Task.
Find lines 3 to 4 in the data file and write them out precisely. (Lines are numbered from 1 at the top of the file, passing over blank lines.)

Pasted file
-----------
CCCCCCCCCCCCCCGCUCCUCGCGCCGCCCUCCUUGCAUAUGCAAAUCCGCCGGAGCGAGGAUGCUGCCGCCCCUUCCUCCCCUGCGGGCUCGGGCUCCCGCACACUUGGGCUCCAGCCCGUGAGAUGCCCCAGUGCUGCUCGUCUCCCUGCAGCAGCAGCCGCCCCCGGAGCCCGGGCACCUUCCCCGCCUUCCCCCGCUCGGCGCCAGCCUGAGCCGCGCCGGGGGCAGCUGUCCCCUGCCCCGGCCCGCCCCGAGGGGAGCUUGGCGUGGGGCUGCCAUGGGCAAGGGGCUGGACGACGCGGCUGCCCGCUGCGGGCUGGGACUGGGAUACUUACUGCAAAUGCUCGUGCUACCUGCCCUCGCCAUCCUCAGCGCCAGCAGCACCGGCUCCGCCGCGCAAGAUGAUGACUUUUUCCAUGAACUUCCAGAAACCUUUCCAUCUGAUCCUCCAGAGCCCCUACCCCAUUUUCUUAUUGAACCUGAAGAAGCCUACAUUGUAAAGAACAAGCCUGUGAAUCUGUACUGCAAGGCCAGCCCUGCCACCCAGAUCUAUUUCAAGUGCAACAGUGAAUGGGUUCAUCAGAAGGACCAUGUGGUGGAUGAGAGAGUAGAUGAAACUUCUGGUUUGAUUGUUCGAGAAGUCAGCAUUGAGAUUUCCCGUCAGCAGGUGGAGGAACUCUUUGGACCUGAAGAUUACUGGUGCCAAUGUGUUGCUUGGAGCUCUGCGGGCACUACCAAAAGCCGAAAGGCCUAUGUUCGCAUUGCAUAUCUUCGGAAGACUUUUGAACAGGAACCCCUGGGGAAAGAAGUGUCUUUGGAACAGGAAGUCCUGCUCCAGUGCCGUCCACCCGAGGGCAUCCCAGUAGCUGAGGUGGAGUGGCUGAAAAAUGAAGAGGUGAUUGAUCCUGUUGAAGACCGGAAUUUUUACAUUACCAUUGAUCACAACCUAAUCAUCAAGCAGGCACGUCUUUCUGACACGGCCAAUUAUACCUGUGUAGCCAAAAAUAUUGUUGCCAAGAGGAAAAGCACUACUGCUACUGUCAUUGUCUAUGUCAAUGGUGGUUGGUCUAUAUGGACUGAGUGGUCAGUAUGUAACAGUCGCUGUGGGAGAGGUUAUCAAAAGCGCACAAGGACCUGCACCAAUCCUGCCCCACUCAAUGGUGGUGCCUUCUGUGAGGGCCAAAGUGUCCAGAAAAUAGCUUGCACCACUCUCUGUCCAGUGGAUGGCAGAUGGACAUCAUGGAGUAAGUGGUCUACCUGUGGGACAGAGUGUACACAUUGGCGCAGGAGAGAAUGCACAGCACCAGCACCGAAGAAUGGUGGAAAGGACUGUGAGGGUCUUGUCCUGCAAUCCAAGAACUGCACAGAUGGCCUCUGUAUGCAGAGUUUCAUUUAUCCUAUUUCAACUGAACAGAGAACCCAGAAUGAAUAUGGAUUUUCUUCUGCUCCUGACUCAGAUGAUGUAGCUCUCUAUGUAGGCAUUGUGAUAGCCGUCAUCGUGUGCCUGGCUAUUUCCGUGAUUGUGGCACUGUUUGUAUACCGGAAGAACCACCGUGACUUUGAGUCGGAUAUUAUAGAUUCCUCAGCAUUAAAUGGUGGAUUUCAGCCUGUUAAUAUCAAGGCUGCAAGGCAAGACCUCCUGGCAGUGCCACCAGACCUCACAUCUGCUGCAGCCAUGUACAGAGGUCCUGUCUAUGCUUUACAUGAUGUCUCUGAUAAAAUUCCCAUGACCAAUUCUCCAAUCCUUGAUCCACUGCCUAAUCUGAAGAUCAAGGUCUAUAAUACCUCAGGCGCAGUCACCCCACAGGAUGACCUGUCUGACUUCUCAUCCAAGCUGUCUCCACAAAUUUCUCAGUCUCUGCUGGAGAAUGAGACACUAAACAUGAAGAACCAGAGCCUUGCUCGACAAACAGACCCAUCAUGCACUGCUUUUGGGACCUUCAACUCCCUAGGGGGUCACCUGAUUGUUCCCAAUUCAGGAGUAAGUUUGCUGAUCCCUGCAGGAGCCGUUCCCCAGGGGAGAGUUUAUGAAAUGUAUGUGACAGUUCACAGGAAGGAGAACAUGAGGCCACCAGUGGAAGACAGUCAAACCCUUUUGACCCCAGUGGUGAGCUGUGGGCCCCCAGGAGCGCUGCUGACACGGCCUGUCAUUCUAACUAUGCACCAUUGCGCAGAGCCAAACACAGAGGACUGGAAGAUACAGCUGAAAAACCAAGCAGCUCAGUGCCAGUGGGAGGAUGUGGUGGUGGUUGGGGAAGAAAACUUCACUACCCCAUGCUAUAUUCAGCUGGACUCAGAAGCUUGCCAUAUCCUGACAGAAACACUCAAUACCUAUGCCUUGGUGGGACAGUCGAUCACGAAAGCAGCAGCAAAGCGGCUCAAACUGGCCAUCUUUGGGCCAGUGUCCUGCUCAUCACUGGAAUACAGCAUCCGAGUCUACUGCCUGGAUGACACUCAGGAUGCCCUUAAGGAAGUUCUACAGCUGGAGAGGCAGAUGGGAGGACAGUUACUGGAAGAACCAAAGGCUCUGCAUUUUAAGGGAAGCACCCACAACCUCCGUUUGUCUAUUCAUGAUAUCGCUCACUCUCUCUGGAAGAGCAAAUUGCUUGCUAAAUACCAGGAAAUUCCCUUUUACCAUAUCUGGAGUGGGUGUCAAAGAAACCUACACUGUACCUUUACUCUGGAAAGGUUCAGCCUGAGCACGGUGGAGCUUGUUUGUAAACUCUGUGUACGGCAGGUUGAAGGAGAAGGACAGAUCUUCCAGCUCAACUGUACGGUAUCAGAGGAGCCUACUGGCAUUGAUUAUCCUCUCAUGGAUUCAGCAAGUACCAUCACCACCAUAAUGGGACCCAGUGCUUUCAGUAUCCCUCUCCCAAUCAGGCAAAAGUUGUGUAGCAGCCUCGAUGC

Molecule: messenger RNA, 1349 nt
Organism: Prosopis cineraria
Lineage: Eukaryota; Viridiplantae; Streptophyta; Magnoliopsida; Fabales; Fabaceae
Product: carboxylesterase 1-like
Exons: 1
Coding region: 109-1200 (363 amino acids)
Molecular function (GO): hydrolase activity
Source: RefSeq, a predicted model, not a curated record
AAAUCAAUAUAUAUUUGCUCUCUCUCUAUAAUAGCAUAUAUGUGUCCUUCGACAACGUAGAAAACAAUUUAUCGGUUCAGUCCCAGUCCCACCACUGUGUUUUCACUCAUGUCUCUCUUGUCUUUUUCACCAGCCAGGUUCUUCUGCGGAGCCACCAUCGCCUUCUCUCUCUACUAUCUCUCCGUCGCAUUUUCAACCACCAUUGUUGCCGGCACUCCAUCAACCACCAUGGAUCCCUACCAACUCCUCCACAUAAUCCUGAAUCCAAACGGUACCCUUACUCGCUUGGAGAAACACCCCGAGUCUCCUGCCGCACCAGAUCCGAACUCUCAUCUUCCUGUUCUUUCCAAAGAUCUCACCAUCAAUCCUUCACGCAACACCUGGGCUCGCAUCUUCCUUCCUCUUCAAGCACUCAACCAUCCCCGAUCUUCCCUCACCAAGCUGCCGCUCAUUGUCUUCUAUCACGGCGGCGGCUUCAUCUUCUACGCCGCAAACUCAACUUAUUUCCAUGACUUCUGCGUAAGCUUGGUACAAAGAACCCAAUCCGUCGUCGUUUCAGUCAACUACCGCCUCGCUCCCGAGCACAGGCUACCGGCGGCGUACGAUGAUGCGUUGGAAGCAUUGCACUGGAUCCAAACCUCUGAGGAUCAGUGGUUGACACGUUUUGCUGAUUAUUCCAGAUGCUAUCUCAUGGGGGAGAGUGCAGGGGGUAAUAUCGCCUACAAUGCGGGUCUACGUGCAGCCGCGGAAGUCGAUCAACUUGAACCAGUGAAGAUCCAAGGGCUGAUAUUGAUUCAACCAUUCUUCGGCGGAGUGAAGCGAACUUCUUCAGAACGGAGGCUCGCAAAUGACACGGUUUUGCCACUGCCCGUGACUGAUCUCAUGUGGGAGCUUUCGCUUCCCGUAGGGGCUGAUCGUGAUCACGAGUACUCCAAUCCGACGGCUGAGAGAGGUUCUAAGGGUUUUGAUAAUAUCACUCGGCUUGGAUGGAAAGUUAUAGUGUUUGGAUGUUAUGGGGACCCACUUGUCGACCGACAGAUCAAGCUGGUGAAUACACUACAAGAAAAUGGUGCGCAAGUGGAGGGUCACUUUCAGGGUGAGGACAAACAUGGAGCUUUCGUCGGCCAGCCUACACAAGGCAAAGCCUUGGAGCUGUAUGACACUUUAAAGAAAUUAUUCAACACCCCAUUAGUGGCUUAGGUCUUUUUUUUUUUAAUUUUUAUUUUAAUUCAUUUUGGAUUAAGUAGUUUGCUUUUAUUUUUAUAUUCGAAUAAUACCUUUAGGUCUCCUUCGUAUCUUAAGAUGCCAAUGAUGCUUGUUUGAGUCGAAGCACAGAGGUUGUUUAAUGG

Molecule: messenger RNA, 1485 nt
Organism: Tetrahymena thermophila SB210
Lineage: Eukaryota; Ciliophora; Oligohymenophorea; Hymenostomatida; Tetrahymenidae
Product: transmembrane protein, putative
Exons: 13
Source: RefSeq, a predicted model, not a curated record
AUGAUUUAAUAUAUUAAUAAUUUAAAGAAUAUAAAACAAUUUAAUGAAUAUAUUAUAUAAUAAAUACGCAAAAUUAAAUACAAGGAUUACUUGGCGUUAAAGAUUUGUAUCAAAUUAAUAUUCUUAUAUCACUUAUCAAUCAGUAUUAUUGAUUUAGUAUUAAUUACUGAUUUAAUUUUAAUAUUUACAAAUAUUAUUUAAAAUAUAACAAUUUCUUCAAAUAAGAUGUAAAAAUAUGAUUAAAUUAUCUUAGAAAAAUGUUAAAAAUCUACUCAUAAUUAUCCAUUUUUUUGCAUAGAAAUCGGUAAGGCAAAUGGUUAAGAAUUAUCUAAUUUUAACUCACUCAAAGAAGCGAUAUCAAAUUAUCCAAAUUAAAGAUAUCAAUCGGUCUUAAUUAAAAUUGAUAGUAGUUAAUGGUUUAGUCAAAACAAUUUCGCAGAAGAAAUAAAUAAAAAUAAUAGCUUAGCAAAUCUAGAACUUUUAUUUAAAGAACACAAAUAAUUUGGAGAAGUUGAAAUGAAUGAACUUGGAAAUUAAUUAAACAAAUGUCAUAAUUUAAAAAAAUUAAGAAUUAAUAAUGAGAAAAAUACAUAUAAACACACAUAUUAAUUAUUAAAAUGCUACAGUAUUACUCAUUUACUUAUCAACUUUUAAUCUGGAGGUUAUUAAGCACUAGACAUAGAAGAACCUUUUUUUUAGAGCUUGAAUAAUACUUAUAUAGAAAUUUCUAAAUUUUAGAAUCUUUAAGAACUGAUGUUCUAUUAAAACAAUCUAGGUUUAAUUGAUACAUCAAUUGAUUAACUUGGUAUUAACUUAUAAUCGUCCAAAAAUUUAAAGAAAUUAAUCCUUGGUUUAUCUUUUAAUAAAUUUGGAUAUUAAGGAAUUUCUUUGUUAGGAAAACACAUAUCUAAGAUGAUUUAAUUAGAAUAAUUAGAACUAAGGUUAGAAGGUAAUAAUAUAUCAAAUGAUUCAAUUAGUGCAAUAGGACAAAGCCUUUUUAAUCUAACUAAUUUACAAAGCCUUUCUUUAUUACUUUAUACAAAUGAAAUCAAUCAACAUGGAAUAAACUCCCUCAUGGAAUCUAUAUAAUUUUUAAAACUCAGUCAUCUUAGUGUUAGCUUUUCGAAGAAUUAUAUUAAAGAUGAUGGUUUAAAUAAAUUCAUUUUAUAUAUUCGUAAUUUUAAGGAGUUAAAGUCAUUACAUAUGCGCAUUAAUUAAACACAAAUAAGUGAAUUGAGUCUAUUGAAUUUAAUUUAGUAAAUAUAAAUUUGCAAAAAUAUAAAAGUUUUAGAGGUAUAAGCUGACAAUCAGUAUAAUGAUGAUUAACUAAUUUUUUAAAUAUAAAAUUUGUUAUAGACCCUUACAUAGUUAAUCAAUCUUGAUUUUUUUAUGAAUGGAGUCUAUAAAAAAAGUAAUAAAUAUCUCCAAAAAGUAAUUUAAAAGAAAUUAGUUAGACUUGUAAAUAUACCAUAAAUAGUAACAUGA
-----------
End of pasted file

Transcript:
Organism: Prosopis cineraria
Lineage: Eukaryota; Viridiplantae; Streptophyta; Magnoliopsida; Fabales; Fabaceae